There was a slight uptick in the RICAS scores from 2018 in both math and reading across the state, but most students in Rhode Island continue to perform well below grade level.

There was an increase of five percentage points in English, pushing state proficiency levels to 38 percent. A two-and-a-half point increase for math now means about a third of all students are performing at grade level.

Education officials were expecting this. Tests get easier to take the more familiar students and teachers become with them. Scores improved similarly during the first two consecutive years of the PARCC standardized test, which the RICAS replaced in 2018.

This is only the second year the state has used the RICAS test, which is modeled on the test used by Massachusetts. Last year only a third of students in Rhode Island met or exceeded expectations in English, about a quarter in math.

In Rhode Island, last year’s abysmal performance on the new exam prompted the General Assembly to pass a slew of legislation aimed at improving public education in the state, and was a factor in the decision to initiate the imminent state takeover of the Providence schools.

Compared to neighboring Massachusetts, Rhode Island students scored 15 points behind their peers in English, and nearly 20 points behind in math this year. The newest round of results change little for state education commissioner Angelica Infante-Green, who will assume control over the Providence schools in November.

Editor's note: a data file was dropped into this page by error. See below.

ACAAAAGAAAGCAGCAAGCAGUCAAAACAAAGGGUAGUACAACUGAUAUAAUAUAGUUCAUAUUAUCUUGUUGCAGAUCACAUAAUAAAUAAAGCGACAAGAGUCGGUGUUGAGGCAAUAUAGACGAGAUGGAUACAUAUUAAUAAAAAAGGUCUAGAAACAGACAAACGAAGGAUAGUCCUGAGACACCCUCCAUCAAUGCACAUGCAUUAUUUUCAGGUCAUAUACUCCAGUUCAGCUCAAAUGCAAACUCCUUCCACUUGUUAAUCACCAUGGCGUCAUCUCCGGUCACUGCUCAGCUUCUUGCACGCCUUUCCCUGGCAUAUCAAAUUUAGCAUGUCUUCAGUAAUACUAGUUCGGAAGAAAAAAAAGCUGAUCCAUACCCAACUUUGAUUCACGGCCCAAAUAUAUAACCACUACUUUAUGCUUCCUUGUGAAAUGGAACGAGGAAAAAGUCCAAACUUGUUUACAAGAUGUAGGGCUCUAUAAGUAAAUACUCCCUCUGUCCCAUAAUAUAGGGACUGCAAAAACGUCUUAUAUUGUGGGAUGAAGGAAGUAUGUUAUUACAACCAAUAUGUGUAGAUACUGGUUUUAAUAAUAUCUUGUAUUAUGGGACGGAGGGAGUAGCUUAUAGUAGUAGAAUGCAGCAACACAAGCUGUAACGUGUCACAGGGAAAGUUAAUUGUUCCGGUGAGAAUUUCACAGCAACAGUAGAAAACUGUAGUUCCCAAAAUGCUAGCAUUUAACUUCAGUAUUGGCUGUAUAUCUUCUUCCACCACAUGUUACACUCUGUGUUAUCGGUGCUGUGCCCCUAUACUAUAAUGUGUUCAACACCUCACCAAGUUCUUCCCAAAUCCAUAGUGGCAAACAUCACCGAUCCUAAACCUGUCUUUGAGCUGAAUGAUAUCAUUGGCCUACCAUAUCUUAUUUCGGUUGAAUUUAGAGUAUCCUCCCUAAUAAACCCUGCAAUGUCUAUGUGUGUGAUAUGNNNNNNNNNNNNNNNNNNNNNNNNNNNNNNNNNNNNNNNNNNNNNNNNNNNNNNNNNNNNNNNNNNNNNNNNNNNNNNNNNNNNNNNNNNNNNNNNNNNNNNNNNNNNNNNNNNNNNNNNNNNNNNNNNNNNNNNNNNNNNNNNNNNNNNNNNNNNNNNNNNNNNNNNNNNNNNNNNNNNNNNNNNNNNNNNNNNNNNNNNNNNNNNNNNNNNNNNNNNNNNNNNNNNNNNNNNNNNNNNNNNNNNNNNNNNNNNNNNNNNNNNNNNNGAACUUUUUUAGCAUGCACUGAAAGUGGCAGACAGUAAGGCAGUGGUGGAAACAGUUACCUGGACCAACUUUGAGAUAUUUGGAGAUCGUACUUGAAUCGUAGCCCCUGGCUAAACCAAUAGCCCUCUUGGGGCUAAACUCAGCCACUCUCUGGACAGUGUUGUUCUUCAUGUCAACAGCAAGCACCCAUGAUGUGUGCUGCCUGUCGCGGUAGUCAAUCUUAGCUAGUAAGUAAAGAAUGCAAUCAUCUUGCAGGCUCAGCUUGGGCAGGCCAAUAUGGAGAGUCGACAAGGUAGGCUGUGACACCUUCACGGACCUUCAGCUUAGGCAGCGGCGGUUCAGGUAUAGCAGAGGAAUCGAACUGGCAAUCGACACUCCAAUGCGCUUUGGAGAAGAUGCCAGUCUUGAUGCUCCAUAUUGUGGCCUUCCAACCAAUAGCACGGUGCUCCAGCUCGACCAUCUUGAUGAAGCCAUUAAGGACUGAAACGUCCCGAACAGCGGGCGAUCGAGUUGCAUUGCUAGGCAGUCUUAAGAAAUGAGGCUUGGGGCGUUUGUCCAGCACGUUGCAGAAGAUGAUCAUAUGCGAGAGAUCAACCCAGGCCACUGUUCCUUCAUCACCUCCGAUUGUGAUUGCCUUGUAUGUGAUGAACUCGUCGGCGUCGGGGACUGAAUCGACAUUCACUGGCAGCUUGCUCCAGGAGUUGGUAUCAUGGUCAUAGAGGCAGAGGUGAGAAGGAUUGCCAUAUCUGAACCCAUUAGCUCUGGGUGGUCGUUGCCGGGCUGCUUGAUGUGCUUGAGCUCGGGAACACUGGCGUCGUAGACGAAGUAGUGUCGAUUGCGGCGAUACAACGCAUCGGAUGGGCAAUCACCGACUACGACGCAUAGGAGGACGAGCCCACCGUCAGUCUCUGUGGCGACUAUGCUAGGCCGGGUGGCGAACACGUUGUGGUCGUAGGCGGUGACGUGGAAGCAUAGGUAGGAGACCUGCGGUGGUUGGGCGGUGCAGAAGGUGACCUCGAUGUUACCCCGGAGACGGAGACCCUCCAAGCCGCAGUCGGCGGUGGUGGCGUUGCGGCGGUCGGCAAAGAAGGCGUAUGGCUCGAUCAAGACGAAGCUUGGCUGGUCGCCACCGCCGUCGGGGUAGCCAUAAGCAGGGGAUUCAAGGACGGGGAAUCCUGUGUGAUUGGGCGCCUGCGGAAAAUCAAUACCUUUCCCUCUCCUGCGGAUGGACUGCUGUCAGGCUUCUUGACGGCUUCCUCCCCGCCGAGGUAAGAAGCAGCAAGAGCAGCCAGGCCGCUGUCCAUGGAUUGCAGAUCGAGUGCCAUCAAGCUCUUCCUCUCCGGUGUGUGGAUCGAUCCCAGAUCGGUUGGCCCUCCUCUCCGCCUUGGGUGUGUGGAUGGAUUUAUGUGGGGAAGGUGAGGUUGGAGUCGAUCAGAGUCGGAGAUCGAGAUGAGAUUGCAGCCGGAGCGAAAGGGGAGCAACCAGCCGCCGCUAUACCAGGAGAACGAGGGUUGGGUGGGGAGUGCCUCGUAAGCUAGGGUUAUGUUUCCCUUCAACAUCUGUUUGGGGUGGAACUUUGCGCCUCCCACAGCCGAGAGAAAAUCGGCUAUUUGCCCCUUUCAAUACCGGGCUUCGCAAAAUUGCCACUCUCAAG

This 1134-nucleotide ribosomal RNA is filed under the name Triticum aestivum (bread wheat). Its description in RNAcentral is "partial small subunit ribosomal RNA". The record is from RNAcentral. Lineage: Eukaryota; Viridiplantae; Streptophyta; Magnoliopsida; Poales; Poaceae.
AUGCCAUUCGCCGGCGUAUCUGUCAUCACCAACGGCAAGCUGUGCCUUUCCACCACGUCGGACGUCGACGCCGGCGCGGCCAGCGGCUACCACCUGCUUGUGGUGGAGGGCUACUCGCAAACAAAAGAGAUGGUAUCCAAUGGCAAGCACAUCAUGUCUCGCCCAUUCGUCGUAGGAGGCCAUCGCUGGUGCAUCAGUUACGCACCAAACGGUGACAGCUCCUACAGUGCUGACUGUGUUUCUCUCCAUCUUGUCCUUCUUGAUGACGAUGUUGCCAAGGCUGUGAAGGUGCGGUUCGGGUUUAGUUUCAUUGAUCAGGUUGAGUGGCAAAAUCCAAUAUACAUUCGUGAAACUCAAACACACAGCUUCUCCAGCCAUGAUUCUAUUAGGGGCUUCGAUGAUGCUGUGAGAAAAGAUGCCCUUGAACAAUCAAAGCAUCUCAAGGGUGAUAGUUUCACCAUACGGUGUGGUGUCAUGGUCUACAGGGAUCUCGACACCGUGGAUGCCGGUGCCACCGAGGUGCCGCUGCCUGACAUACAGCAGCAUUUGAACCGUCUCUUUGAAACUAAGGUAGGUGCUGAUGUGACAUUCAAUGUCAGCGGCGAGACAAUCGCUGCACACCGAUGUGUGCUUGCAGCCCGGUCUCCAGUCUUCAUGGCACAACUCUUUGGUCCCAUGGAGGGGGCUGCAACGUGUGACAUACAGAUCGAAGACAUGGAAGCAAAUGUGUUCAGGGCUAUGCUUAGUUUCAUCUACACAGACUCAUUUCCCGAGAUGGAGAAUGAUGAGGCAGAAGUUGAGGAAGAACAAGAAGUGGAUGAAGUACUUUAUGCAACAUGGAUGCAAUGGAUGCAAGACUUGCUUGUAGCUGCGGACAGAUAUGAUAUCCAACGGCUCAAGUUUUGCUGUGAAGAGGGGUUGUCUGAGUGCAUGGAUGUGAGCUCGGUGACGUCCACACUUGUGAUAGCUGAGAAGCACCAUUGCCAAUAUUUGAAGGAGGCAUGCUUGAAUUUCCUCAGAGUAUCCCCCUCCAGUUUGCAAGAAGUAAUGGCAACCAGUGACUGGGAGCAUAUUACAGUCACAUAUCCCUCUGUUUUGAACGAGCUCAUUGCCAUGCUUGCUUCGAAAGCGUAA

Despite the slight increase, Infante-Green said it was “too early to determine a consistent trend.”

“What is clear is that much more needs to be done to bring Rhode Island performance where it needs to be,” she said in a statement.

In Providence, more than 80 percent of all students tested did not meet expectations on either test. Test scores will be one measure of how well the state turnaround effort is working in the city. Rutgers University Political science professor Domingo Morel says state intervention will likely result in improved test scores in the short term, but those gains can quickly stagnate or even revert back if changes don’t stick.

Students attending schools in more suburban districts, as well as those attending several charter schools, performed among the best in the state. Among public schools, Barrington saw the greatest percentage of students meeting or exceeding expectations in both subjects.